News, 25.10.2022, 10:00 AM
The international courier service DHL knocked LinkedIn out of first place as the number one brand that was most often used as bait in attempts to steal users’ personal data or payment card information in the period from July to September. was announced by Check Point.
DHL now appears in just under a quarter (22%) of all phishing attempts worldwide. Microsoft is in second place (16%), and LinkedIn is in third place with 11%, which is significant in comparison with 52% in the first three months of this year i 45% in the period from April to June.
DHL’s first place in this table could be the result of a major global fraud and phishing attack that it is alone the company warned just a few days before the beginning of the quarter.
.“In the third quarter, we saw a dramatic decrease in the number of phishing attempts associated with LinkedIn, reminding us that cybercriminals will often change their tactics to increase their chances of success,” Check Point said in a report. However, LinkedIn is still the third most abused brand in phishing attempts. Therefore, users must still be wary of emails that claim to be from LinkedIn.
Instagram also appeared in the top 10 list for the first time this quarter due to a number of attempts to defraud users of the popular social network, who in September were offered a “blue badge” for verification, usually held by public figures, celebrities and big brands.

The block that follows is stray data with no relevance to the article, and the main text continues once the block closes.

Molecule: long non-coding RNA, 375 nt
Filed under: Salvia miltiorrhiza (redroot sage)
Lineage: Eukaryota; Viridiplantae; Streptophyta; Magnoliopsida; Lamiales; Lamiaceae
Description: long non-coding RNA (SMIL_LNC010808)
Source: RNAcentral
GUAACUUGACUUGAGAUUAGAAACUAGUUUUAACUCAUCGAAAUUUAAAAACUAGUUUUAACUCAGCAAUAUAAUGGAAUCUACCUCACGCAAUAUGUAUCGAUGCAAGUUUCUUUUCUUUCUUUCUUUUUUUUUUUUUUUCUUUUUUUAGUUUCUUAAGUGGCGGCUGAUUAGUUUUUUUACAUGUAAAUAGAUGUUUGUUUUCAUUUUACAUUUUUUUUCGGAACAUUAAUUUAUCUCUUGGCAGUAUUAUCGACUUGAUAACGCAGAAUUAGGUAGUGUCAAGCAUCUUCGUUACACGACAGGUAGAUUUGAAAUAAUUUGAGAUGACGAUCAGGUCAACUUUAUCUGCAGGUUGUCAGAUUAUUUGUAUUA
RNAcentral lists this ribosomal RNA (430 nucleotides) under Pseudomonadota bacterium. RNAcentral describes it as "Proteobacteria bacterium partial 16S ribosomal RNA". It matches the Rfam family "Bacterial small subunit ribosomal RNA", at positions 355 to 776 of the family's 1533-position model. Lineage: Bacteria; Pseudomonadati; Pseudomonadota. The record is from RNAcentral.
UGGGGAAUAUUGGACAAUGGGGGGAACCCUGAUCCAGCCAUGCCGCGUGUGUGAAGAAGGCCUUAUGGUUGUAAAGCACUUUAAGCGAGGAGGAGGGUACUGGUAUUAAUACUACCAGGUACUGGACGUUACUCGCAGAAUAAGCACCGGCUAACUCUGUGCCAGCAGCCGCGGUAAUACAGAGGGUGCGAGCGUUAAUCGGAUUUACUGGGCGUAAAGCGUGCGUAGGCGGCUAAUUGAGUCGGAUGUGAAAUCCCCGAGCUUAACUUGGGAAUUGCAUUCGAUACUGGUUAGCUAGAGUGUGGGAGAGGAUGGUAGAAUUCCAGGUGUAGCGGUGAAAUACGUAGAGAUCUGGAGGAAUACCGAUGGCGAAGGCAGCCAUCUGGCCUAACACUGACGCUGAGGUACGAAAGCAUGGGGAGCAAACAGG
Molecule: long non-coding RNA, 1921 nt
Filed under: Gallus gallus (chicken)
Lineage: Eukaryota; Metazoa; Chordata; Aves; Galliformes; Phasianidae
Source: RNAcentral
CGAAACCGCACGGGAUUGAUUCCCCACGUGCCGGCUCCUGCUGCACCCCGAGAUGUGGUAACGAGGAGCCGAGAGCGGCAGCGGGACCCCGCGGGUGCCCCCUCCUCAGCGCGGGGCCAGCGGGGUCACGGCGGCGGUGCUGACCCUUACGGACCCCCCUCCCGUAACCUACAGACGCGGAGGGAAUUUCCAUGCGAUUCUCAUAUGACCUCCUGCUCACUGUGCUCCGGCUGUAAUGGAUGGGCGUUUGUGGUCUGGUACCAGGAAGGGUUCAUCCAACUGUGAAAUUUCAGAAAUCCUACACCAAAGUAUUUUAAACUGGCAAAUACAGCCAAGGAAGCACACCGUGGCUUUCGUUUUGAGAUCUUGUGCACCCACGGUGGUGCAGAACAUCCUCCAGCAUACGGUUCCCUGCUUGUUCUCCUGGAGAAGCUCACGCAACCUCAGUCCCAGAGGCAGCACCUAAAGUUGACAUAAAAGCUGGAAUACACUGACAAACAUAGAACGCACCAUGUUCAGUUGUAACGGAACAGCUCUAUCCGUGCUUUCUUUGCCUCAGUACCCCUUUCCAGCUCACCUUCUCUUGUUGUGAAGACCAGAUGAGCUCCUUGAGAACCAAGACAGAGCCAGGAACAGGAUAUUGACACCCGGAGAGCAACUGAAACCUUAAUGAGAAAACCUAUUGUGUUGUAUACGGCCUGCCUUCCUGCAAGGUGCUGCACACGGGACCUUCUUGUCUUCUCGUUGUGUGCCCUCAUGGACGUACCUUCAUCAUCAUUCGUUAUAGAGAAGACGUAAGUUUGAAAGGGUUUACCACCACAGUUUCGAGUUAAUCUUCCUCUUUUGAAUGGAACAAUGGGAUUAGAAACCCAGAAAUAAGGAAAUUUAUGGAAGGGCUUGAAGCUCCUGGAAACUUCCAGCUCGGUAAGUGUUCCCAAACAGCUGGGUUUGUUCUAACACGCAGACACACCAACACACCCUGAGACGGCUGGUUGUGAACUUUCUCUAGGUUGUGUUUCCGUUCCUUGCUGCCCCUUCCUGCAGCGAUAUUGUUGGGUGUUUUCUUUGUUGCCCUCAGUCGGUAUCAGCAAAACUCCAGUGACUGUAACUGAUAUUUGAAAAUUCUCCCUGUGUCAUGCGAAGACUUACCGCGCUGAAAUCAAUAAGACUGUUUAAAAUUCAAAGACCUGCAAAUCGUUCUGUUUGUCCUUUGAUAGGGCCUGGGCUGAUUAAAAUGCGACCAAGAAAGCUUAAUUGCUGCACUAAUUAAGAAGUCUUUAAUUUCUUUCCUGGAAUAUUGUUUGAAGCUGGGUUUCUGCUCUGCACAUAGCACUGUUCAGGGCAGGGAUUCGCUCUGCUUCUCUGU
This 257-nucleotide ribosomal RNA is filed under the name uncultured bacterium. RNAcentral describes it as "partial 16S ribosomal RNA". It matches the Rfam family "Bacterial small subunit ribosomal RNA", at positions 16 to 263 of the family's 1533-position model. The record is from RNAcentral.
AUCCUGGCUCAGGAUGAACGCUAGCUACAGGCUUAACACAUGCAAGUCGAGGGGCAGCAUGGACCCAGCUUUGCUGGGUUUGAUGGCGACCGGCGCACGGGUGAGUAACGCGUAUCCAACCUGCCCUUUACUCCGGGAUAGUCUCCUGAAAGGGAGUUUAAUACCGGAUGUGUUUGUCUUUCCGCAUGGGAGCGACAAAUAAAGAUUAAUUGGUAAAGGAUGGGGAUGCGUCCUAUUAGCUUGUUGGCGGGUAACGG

Phishing is the most common type of social engineering, which is a general term that describes attempts to manipulate or deceive users.
“It is an increasingly common threat vector used in many security incidents,” says Check Point.
In brand-name phishing attacks, criminals try to imitate the official website of a well-known brand using a similar domain name or URL and website design to the original website. A link to a fake website can be sent to potential victims via email or message, or the user can be redirected while surfing the Internet, or the attack can be launched from a fake mobile app. A fraudulent website often contains a form to steal user credentials, payment information, or other personal information.
“Now that DHL is the brand most likely to be imitated, it is important that anyone expecting a delivery go directly to the official website to check the status of the shipment and/or notifications,” Check Point warned. “Don’t trust emails, especially those asking to share information.”
Other brands on Check Point’s top 10 list include Google, which appeared in 6% of fraud attempts aimed at stealing personal or payment information, followed by Netflix (5%), WeTransfer (5%), Walmart ( 5%), WhatsApp (4%) and HSB (4%). In last place is the already mentioned Instagram with 3%.